Lunch is at noon and the less said about it the better. From about 12:15 until the end of lunch break at 12:45 is the daily go-narabe round-robin at which I am the most consistent loser. The game itself is played on a squared-off board with white and black chips. The object is to get five of one’s chips down in a row. They may be horizontal, vertical or diagonal and about the only rule seems to be that one can’t have 3 in a row in two directions at once.
I most enjoyed the occasional opportunity to help my co-workers actually drive the new Mazdas from a giant parking garage/warehouse down to the ships at dock for loading on board. Even more fun were our Tuesday evenings out on the town.
Nights on the Town
With my best friend, Masashi Izuta, and an ever-changing cohort of Mazda Unyu staff and denizens of my favorite haunt, we made the rounds of izakaya and other bars in the Nagarekawa area of downtown Hiroshima pretty much every Tuesday night.
Most often we met at Ishimatsu, a friendly place which serves mostly grilled fish of various types, along with beer and sake. The genial 'master,' often in t-shirt and two or three-day growth of beard, runs a monthly bowling tournament followed by a party in his upstairs room.
|Ishimatsu 'master' regaling us with song|
|Post-bowling party at Ishimatsu|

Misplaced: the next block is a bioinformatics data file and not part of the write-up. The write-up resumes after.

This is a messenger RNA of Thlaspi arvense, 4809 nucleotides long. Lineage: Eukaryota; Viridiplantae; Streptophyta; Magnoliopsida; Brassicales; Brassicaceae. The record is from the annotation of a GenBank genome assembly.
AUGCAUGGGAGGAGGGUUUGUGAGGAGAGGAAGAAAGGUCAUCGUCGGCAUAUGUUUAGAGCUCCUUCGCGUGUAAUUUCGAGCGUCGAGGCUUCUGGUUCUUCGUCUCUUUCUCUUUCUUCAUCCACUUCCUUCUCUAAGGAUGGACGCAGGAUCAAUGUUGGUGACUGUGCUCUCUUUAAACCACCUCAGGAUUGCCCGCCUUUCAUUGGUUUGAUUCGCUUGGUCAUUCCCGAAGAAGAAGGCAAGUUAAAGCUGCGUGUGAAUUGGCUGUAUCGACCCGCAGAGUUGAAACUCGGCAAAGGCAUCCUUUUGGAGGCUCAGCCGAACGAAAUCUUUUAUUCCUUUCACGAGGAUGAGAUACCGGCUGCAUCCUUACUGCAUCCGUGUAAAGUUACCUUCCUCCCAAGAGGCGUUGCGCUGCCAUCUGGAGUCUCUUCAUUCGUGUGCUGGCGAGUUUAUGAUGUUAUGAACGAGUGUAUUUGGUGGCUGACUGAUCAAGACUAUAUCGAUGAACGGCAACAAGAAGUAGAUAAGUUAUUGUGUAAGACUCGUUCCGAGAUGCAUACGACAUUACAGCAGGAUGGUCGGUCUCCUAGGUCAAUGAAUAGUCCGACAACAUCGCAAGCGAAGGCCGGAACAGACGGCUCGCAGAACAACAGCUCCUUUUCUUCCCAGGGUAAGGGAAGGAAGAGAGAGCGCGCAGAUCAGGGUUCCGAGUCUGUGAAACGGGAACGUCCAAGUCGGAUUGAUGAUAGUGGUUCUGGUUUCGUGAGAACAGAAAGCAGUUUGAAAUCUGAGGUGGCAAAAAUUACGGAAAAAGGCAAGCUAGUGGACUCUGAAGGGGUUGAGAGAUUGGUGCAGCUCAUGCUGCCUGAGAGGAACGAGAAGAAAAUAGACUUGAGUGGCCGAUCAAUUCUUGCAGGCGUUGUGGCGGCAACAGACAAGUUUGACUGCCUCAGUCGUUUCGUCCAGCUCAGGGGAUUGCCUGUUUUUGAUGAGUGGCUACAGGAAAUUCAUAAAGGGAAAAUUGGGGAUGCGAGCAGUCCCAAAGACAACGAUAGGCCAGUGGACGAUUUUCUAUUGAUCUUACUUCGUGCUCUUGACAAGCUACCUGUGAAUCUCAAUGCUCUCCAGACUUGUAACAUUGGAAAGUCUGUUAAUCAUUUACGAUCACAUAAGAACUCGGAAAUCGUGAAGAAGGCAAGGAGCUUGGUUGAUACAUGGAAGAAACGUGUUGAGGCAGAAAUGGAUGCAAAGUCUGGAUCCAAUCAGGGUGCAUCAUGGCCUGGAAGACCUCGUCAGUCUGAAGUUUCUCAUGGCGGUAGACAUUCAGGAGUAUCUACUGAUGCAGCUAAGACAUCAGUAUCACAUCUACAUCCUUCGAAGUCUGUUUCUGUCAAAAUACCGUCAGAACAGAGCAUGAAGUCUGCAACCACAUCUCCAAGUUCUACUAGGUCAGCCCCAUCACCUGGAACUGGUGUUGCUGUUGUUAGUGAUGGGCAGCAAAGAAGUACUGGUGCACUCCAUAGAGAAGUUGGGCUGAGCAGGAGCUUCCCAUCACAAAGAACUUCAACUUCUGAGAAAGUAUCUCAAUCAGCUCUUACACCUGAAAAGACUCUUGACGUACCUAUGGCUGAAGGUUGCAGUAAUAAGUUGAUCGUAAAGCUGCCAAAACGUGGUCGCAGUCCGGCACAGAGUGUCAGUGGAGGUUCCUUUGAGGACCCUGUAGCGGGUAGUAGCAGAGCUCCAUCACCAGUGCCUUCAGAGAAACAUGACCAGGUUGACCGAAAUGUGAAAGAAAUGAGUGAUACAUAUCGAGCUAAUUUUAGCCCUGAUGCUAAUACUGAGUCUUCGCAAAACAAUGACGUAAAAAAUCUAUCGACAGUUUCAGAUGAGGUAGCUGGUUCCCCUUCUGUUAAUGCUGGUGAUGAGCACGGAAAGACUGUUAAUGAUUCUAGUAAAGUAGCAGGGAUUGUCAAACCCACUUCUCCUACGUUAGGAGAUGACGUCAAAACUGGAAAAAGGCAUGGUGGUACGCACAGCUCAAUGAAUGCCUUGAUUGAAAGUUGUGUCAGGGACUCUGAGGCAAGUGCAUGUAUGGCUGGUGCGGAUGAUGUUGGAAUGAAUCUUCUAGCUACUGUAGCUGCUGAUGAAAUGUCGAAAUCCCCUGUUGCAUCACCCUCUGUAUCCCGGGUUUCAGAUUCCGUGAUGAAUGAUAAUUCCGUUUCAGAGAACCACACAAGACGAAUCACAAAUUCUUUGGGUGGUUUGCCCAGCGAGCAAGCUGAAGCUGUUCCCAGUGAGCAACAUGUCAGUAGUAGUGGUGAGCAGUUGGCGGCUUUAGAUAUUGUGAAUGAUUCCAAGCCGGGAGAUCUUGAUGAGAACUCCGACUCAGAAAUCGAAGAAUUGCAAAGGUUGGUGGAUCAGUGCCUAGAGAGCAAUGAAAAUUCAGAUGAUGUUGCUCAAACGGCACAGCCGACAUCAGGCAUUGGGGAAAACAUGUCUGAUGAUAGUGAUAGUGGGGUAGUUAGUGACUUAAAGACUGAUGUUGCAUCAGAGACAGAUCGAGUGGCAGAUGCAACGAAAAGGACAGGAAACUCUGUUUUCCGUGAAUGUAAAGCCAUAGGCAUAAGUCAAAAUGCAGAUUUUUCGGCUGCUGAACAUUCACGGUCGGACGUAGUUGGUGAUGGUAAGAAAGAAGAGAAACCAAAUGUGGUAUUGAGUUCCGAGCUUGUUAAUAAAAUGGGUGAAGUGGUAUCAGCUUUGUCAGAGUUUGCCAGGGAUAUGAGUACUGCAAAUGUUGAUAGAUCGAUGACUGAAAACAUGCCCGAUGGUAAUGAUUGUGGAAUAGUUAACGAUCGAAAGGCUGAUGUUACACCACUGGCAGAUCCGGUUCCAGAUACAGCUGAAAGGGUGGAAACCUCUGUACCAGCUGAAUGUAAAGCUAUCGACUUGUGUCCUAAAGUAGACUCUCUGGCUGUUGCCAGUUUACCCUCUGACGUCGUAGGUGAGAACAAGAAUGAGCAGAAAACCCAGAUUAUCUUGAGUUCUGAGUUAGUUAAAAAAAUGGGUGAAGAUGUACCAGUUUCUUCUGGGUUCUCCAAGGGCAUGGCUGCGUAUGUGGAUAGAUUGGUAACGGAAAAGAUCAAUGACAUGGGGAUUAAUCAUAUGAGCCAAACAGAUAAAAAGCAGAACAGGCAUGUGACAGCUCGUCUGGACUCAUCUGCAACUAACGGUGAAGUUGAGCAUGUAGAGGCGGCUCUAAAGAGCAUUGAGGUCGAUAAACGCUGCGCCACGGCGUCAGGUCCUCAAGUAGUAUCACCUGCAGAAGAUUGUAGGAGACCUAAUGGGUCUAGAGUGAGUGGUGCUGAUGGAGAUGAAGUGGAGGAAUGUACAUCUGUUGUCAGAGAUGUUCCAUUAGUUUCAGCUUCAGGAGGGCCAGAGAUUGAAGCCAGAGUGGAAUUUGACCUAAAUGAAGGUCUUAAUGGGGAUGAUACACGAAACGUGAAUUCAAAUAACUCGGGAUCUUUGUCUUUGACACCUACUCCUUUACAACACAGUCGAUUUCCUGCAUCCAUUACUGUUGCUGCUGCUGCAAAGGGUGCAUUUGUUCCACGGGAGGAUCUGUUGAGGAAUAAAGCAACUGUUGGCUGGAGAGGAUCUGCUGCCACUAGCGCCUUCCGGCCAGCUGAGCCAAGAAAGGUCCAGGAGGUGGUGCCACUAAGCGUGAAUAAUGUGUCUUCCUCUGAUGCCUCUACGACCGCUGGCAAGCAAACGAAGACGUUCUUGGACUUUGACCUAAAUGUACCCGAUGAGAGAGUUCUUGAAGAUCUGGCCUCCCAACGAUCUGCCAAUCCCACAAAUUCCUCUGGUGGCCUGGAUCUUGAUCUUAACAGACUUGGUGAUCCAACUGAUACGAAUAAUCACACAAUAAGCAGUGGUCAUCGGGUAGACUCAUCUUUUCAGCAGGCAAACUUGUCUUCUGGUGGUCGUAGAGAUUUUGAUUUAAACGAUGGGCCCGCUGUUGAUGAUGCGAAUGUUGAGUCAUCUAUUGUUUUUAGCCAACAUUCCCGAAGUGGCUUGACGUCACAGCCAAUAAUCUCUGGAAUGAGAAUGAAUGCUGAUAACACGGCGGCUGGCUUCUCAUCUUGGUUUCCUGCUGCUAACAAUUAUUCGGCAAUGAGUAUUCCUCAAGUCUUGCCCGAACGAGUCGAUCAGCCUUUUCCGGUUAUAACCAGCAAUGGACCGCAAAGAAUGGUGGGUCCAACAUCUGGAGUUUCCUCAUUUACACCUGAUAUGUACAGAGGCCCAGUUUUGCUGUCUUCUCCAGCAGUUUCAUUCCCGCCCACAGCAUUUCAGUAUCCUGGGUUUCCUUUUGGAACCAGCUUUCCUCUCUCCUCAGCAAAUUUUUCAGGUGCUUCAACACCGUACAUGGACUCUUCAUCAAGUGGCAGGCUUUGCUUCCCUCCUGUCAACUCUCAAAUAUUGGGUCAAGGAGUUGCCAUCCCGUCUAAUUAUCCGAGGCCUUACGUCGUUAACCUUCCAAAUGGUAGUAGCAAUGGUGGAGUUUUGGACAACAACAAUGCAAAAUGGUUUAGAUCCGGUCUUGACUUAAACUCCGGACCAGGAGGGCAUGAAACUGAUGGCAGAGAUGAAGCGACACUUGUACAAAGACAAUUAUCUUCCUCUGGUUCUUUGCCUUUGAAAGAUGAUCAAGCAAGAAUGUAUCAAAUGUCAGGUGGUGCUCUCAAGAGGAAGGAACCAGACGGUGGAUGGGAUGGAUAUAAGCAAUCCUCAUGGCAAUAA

We often finished up the evenings with nightcaps of oden and chazuke along with more beer and cigarettes at a tiny oden-ya called Yamanobe, run by a 40ish woman with a motherly smile. All too often my night ended by being thrown into a taxi and rolling out when it reached the Toda family home in the Eba neighborhood. [No photos available :)]
|Weekend excursion with Yokobayashi & Izuta|
|Izuta, Inoue and Miss Ueno in Onomichi|
|Kids playing in temple yard, Onomichi|
One autumn Sunday Izuta and Inoue took me to Onomichi, an old port town about 45 miles northeast of Hiroshima,which is packed with very old Buddhist temples. I’ve since learned it was also the setting for Ozu’s film Tokyo Story. Upon our arrival in Onomichi, we met a Miss Ueno with whom we had been connected by the mama-san from Yamanobe.
|Yamai's brother showing rice kernels|
The countryside was an uninterrupted pleasure, from the women in mompei (the baggy patterned bloomer-like pants) and straw hats, faces surrounded by towels worn like bonnets, to the ubiquitous kids, running, jumping into the piles of rice stalks and, of course, crying for their mothers.
|Yamai children playing in rice straw|
From the vantage point of forty years, in 1973-74 I enjoyed a remarkable opportunity to learn about Japanese corporate culture and business practices during my six months in the Gyomuka at Mazda Unyu Hiroshima. Even better, I had the opportunity to meet and spend time with some wonderful co-workers who opened their homes to me and shared family time and cultural interests with me.